It’s the drums on “Draw Us Lines,” the first track off of Toronto-based five-piece Constantines’ third album Tournament of Hearts, that will draw in listeners. It is a hard, firm beat that will wrap around you like the tight, warm grip of a friend dragging you toward the center of thick, dank crowd at a rock show. You aren’t sure that you want to go there. You think that it might be safer in your corner, away from the heat of the pit. But you follow regardless and you realize that this swarm of energy has just saved your night. Tournament of Hearts is that kind of album. At just under thirty-seven minutes, Tournament of Hearts is by no means epic in structure, but it packs more intensity than many bands will do in an entire career. Vocals play gravelly, as if sung while sucking down the last of a pack of cigarettes at 4:00 A.M. in the middle of a parking lot against January cold. There is a sense of studied precision in the guitar work, showing that Steve Lambke and Bryan Webb have an intimate understanding of their respective instruments but just aren’t willing to cross the line into public displays of guitar-solo affection. Add to this the occasional horn, keyboards, and bass work that delve into the sort of sound you might here on a Dusty Fingers rare groove compilation (most notably on “Hotline Operator” and “Thieves”) and the folk strum of “Windy Road” and you have an album that deftly draws from various sources without sounding jumbled or losing sight of its punk rock roots.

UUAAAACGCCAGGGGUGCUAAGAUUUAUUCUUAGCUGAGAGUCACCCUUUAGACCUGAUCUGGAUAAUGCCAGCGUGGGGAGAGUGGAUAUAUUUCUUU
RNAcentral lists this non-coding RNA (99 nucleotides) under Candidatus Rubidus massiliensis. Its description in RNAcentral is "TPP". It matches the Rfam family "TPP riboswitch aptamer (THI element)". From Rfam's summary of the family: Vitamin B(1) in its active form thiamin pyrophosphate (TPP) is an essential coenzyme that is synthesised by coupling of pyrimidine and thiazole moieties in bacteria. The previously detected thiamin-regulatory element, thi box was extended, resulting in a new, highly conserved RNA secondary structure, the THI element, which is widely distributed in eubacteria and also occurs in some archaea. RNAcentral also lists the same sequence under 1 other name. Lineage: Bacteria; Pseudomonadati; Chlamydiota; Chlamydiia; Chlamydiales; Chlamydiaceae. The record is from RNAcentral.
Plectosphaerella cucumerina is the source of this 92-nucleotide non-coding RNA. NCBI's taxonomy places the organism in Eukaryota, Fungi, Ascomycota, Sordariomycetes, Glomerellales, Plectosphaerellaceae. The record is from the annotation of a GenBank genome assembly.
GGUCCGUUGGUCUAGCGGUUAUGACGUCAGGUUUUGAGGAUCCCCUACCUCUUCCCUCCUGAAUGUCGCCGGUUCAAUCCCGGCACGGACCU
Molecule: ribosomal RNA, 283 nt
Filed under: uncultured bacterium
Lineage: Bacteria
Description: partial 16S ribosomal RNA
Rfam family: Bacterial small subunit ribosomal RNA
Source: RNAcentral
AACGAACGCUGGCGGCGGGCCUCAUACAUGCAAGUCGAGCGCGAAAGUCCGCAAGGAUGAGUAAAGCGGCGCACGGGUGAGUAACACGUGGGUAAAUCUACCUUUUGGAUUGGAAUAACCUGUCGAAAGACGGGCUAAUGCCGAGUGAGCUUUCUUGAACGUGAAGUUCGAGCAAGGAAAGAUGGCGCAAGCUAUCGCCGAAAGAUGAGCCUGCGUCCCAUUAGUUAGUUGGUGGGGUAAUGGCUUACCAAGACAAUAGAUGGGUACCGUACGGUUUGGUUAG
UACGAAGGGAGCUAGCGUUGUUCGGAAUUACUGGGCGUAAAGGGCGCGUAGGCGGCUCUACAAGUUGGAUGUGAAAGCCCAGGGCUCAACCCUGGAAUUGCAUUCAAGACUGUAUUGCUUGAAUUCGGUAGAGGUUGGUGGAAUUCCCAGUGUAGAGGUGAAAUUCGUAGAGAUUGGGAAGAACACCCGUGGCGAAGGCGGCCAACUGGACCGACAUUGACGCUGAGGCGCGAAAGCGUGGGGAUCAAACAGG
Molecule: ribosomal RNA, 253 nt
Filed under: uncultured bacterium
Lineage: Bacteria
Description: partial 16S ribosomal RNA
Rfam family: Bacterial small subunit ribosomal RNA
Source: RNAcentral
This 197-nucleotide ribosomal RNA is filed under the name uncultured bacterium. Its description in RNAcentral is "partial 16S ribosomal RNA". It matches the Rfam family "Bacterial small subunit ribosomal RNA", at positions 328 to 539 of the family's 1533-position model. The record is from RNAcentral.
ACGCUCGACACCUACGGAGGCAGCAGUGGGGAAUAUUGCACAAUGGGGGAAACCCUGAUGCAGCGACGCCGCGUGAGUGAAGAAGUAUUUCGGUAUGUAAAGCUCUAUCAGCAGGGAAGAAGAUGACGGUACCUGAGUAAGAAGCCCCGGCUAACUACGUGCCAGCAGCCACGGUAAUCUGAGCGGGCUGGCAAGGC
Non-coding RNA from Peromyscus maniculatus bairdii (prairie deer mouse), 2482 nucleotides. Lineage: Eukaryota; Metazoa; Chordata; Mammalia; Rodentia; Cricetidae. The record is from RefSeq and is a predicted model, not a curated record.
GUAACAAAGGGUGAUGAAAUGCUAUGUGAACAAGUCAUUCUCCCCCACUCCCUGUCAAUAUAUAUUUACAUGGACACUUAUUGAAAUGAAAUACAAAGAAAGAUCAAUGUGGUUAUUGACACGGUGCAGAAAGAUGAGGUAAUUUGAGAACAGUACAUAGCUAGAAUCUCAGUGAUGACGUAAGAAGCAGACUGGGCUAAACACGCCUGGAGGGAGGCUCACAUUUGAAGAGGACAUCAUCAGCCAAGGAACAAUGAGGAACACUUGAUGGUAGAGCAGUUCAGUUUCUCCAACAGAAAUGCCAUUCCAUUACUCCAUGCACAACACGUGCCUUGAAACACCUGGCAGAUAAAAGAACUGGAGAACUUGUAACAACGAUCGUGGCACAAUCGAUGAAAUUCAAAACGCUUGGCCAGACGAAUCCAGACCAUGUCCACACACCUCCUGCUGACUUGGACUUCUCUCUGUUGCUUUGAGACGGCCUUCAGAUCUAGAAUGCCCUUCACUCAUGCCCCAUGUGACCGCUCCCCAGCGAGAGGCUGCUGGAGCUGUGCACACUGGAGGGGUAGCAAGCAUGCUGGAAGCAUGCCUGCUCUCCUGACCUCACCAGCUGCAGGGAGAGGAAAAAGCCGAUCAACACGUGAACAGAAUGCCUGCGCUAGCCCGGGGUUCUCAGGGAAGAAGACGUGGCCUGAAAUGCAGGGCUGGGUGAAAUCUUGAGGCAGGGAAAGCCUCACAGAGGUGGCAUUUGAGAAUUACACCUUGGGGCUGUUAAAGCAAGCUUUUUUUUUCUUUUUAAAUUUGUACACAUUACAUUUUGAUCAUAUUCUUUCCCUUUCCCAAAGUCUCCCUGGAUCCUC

–liz (Sub Pop)